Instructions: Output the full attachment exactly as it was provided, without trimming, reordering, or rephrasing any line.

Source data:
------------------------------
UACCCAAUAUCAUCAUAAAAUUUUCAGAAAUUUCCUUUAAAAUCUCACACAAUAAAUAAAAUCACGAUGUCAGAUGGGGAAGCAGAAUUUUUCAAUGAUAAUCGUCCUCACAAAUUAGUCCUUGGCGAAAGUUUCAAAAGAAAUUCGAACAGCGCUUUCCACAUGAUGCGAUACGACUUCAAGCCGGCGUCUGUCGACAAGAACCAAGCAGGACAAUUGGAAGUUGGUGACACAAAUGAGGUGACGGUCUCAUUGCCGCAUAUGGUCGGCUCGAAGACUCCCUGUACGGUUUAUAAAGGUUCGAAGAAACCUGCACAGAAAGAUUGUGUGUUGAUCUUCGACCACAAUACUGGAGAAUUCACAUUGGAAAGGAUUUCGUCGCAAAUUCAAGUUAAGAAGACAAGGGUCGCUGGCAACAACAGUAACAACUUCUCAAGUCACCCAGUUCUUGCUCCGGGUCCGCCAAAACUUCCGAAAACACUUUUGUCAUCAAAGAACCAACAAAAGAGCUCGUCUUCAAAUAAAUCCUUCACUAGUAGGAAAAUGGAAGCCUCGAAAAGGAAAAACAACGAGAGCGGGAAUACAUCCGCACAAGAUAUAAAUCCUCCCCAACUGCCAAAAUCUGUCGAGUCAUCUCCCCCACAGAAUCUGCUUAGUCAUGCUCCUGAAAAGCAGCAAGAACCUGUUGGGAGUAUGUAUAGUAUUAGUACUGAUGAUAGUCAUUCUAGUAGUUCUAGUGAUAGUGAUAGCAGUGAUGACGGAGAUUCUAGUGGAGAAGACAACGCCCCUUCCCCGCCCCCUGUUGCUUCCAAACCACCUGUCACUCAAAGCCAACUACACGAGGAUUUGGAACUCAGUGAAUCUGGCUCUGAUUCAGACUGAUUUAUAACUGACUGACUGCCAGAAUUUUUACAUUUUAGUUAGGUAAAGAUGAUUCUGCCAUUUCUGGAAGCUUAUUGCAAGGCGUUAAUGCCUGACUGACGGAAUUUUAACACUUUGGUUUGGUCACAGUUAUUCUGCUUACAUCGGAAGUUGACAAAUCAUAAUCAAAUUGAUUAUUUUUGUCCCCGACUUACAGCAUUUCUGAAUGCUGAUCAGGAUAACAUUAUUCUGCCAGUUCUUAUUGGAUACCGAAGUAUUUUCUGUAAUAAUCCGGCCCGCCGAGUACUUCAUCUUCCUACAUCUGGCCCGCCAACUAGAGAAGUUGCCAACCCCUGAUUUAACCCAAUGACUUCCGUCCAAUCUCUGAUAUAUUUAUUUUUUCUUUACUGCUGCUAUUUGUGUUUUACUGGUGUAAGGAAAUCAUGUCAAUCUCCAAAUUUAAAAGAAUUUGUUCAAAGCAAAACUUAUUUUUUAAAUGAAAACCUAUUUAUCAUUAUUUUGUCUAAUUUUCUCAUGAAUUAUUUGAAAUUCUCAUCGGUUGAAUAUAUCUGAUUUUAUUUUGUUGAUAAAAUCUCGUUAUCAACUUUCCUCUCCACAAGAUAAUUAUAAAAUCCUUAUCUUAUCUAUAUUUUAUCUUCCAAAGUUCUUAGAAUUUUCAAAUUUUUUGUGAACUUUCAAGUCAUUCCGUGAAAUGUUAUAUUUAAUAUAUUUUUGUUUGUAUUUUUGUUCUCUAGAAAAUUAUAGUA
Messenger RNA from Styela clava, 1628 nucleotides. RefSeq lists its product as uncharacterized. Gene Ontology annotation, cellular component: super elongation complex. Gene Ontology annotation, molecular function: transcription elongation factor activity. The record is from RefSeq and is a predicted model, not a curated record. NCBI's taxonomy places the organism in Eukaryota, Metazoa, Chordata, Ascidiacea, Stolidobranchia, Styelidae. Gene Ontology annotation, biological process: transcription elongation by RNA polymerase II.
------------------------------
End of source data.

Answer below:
UACCCAAUAUCAUCAUAAAAUUUUCAGAAAUUUCCUUUAAAAUCUCACACAAUAAAUAAAAUCACGAUGUCAGAUGGGGAAGCAGAAUUUUUCAAUGAUAAUCGUCCUCACAAAUUAGUCCUUGGCGAAAGUUUCAAAAGAAAUUCGAACAGCGCUUUCCACAUGAUGCGAUACGACUUCAAGCCGGCGUCUGUCGACAAGAACCAAGCAGGACAAUUGGAAGUUGGUGACACAAAUGAGGUGACGGUCUCAUUGCCGCAUAUGGUCGGCUCGAAGACUCCCUGUACGGUUUAUAAAGGUUCGAAGAAACCUGCACAGAAAGAUUGUGUGUUGAUCUUCGACCACAAUACUGGAGAAUUCACAUUGGAAAGGAUUUCGUCGCAAAUUCAAGUUAAGAAGACAAGGGUCGCUGGCAACAACAGUAACAACUUCUCAAGUCACCCAGUUCUUGCUCCGGGUCCGCCAAAACUUCCGAAAACACUUUUGUCAUCAAAGAACCAACAAAAGAGCUCGUCUUCAAAUAAAUCCUUCACUAGUAGGAAAAUGGAAGCCUCGAAAAGGAAAAACAACGAGAGCGGGAAUACAUCCGCACAAGAUAUAAAUCCUCCCCAACUGCCAAAAUCUGUCGAGUCAUCUCCCCCACAGAAUCUGCUUAGUCAUGCUCCUGAAAAGCAGCAAGAACCUGUUGGGAGUAUGUAUAGUAUUAGUACUGAUGAUAGUCAUUCUAGUAGUUCUAGUGAUAGUGAUAGCAGUGAUGACGGAGAUUCUAGUGGAGAAGACAACGCCCCUUCCCCGCCCCCUGUUGCUUCCAAACCACCUGUCACUCAAAGCCAACUACACGAGGAUUUGGAACUCAGUGAAUCUGGCUCUGAUUCAGACUGAUUUAUAACUGACUGACUGCCAGAAUUUUUACAUUUUAGUUAGGUAAAGAUGAUUCUGCCAUUUCUGGAAGCUUAUUGCAAGGCGUUAAUGCCUGACUGACGGAAUUUUAACACUUUGGUUUGGUCACAGUUAUUCUGCUUACAUCGGAAGUUGACAAAUCAUAAUCAAAUUGAUUAUUUUUGUCCCCGACUUACAGCAUUUCUGAAUGCUGAUCAGGAUAACAUUAUUCUGCCAGUUCUUAUUGGAUACCGAAGUAUUUUCUGUAAUAAUCCGGCCCGCCGAGUACUUCAUCUUCCUACAUCUGGCCCGCCAACUAGAGAAGUUGCCAACCCCUGAUUUAACCCAAUGACUUCCGUCCAAUCUCUGAUAUAUUUAUUUUUUCUUUACUGCUGCUAUUUGUGUUUUACUGGUGUAAGGAAAUCAUGUCAAUCUCCAAAUUUAAAAGAAUUUGUUCAAAGCAAAACUUAUUUUUUAAAUGAAAACCUAUUUAUCAUUAUUUUGUCUAAUUUUCUCAUGAAUUAUUUGAAAUUCUCAUCGGUUGAAUAUAUCUGAUUUUAUUUUGUUGAUAAAAUCUCGUUAUCAACUUUCCUCUCCACAAGAUAAUUAUAAAAUCCUUAUCUUAUCUAUAUUUUAUCUUCCAAAGUUCUUAGAAUUUUCAAAUUUUUUGUGAACUUUCAAGUCAUUCCGUGAAAUGUUAUAUUUAAUAUAUUUUUGUUUGUAUUUUUGUUCUCUAGAAAAUUAUAGUA
Messenger RNA from Styela clava, 1628 nucleotides. RefSeq lists its product as uncharacterized. Gene Ontology annotation, cellular component: super elongation complex. Gene Ontology annotation, molecular function: transcription elongation factor activity. The record is from RefSeq and is a predicted model, not a curated record. NCBI's taxonomy places the organism in Eukaryota, Metazoa, Chordata, Ascidiacea, Stolidobranchia, Styelidae. Gene Ontology annotation, biological process: transcription elongation by RNA polymerase II.